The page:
I recently had an interview on Tracks magazines website.
You can view it here
Or you can read it below…
I’ve known Brent Smith for quite some time. In fact we used to play soccer together when we were six, we studied design at the same school and we were kind of in a gang called The Bandidos [they didn’t have a Manly chapter so we took it upon ourselves to form one, that chapter is now closed].
Brent’s now moved on from his “gang bangin” days [that sounds bad], and seems to have realised his potential as a talented artist, illustrator, and frequent board snapper.
When he’s not at the local ding repair shop you’re likely to find him lying on the floor at Manly’s finest establishment – the Steyne, or having a séance with fruit. Brent’s artworks have been published, worn, and stolen, and I would describe his work as being stuck in a trip on day of the dead. It’s humorous, dark, colourful and tasty all at the same time. Kinda like acid.
We decided to talk to him about his next exhibition, how he eats his subjects and other art stuff … you know, paint, drawing dicks and tits … the usual.
Would you like to introduce yourself to the Internet?
Good. Tell us about where you grew up, and does it have any influence on your work?
I grew up on the Central Coast of NSW, and yeah I’m sure it has. I tend to paint bongs quite a bit and also characters getting wasted, that’s very Coastie.
When did you realize you weren’t bad at drawing and thought, ‘maybe I can do this instead of cleaning up vomit at 3 in the morning’?
It was in about 2007, although I continued to clean up vomit for several years after that moment.
Do you miss the vomit?
Its hard to give up something your so good at doing. No one could get the chunks of carrot and half digested schnitzel out of patterned pub carpet quite like I could … but no.
Tell us about working with Reg Mombassa and Mambo?
It was really good. There was a lot of hard work, late nights and arguments, but they flew me all around the world and let me work on some huge projects. I’ve been to Reg’s house a few times. He’s a really nice guy and his house is filled with some of the most memorable art, but it’s ridiculous but to be honest because he wouldn’t be able to pick me put of a line up. There’s one Mambo character that most people don’t know about though and that’s Wayne Golding. He was the Art Director, voice and mind behind a lot of the most iconic pieces that came out of mambo when it was at its peak. I picked Wayno’s brain whenever he was around.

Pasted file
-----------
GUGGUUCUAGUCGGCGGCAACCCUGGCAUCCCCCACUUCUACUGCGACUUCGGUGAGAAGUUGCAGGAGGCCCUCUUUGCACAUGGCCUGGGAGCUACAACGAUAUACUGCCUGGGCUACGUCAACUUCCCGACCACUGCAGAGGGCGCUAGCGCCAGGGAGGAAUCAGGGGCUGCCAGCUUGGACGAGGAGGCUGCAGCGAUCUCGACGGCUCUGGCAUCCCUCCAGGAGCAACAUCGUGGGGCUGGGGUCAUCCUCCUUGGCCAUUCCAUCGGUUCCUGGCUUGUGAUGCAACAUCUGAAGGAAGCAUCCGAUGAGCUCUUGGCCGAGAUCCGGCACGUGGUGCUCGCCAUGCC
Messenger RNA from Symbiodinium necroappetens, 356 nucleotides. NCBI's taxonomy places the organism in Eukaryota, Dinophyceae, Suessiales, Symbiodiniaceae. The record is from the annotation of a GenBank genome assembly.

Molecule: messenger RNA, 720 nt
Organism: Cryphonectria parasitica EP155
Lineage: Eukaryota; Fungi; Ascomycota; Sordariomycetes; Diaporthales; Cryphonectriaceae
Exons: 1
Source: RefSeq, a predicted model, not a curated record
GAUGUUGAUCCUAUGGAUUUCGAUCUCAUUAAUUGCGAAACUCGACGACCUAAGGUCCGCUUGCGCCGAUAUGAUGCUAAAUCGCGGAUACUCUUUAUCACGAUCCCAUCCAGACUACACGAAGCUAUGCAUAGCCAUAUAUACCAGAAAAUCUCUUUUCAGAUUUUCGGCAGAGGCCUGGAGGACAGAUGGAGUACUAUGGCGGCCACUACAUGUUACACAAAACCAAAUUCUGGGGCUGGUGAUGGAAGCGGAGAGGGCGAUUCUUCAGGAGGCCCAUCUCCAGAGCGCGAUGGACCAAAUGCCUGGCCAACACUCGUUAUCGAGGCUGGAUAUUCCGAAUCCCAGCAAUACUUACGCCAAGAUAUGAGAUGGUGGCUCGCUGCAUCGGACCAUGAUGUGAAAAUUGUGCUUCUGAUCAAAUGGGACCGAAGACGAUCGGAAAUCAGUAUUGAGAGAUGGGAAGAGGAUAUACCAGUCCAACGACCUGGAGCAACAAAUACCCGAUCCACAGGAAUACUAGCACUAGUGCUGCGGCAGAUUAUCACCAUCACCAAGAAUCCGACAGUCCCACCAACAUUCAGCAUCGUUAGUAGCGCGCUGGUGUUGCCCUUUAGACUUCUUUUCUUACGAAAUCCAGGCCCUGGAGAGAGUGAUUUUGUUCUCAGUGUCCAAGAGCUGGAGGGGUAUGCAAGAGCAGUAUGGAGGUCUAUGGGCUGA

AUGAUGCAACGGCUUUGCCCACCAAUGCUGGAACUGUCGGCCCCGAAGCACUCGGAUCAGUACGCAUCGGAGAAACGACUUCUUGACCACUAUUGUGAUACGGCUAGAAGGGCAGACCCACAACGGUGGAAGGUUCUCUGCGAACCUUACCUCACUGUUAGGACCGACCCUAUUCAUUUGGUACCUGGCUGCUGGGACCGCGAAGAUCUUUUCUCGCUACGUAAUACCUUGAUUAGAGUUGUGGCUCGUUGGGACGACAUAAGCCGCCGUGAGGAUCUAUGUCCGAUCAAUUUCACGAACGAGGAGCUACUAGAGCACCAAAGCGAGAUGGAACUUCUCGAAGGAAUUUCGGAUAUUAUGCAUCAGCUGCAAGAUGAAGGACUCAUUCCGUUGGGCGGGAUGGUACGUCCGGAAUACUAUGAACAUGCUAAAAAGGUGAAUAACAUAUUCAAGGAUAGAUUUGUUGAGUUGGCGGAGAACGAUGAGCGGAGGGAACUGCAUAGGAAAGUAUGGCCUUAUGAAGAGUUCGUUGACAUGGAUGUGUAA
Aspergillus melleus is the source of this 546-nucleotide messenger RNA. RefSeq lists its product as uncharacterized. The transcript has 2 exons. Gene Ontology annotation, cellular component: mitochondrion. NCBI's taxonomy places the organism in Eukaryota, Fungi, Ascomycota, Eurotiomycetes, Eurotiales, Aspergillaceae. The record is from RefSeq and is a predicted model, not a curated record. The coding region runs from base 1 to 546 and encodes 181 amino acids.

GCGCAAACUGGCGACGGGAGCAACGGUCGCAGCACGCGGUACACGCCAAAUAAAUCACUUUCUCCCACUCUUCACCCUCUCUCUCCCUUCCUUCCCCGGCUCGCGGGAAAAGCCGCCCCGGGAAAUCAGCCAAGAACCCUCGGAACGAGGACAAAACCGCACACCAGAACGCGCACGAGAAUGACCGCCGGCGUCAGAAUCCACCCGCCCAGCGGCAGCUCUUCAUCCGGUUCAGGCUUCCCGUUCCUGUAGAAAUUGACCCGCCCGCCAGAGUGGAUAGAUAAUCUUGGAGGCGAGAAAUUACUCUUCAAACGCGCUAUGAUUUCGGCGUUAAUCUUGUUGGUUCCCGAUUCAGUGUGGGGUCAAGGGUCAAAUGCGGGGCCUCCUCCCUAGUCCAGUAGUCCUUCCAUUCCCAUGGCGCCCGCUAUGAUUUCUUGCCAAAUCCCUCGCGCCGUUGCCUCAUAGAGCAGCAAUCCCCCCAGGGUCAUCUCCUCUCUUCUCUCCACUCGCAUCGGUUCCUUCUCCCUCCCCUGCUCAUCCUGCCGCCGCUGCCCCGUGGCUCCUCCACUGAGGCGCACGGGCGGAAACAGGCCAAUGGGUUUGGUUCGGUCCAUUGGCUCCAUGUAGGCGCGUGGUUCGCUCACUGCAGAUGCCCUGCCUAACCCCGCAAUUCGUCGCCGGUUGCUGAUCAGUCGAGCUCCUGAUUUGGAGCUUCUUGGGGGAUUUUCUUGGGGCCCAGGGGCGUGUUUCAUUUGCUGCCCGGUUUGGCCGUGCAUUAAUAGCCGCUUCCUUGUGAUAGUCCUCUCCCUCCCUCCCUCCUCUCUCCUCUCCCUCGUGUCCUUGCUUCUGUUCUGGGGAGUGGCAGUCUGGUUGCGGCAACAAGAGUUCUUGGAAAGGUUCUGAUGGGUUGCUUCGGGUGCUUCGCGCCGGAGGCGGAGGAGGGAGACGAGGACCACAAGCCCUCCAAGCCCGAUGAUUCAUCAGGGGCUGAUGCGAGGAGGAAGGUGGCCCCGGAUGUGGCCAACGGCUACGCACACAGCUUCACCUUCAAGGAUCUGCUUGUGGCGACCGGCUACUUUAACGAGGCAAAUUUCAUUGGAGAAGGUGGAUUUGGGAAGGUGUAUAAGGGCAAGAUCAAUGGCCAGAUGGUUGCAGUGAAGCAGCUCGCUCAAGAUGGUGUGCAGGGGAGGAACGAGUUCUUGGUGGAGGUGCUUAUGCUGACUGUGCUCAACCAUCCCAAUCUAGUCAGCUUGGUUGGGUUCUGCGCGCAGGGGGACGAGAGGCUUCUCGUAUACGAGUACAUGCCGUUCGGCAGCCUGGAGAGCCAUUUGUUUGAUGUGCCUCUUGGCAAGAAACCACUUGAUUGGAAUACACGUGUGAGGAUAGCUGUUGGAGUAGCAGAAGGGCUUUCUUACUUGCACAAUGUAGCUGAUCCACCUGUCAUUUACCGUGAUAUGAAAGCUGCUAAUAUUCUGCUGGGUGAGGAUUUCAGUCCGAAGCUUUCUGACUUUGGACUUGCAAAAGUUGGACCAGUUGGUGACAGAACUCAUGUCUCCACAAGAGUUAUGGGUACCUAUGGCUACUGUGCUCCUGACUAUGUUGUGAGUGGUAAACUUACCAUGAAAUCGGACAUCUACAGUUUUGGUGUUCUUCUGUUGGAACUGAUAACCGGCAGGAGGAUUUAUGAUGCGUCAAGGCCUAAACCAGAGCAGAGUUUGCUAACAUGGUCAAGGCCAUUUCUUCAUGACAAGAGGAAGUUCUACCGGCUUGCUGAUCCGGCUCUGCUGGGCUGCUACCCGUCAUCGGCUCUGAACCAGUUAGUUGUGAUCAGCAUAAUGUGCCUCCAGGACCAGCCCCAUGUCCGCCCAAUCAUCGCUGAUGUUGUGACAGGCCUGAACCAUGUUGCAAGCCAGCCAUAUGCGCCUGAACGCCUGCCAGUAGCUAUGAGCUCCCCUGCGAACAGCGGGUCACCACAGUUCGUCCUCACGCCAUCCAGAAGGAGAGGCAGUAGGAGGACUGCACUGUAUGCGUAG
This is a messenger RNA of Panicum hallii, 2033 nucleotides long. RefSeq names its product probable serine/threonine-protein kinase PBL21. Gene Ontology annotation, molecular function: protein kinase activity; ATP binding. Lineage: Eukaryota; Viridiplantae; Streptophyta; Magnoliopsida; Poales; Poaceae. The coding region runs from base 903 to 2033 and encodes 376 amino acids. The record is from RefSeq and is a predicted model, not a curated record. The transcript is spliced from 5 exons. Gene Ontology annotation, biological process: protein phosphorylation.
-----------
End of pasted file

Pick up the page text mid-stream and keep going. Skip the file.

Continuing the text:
Tell us about the work in your upcoming exhibition with Mambo artist Lee Mcconnell?
It’s actually the third exhibition I’ve had with Lee in the last two years. We worked together well at Mambo so it’s good to keep that colab going. I get inspired by absurd stuff, lots of bright colours. Hopefully that puts a smile on someone’s face because making people laugh is important.
Describe the title Goon Island, it sounds like a sixteen-year-old’s paradise. Should we be expecting Rolf Harris?
Heavy. Yeah I guess it comes back to the Central Coast thing. Your best memories are of summer, drinking goon and fucking around so I guess it’s a nod to those days. No wobble boards.
I described your work in the intro as being stuck in a trip on day of the dead, how would you describe your work?
Ha yeah pretty similar. I’d say its funny, unpretentious and surreal.
Any other exciting projects in works?
I recently painted a Mexican restaurant – Rojo Rocket at Avoca on the Central Coast – eight days straight of painting and sanding. It was a monster job, but turned out great. I’m currently working on a capsule range for French surf brand Sen No Sen, the owner has given me free reign so that’s been refreshing.
Would you like some people to come to the exhibition?
Yeah it’d be good. 27th of August [Tomorrow], The Tate Gallery in Glebe, Sydney. There’s free beer.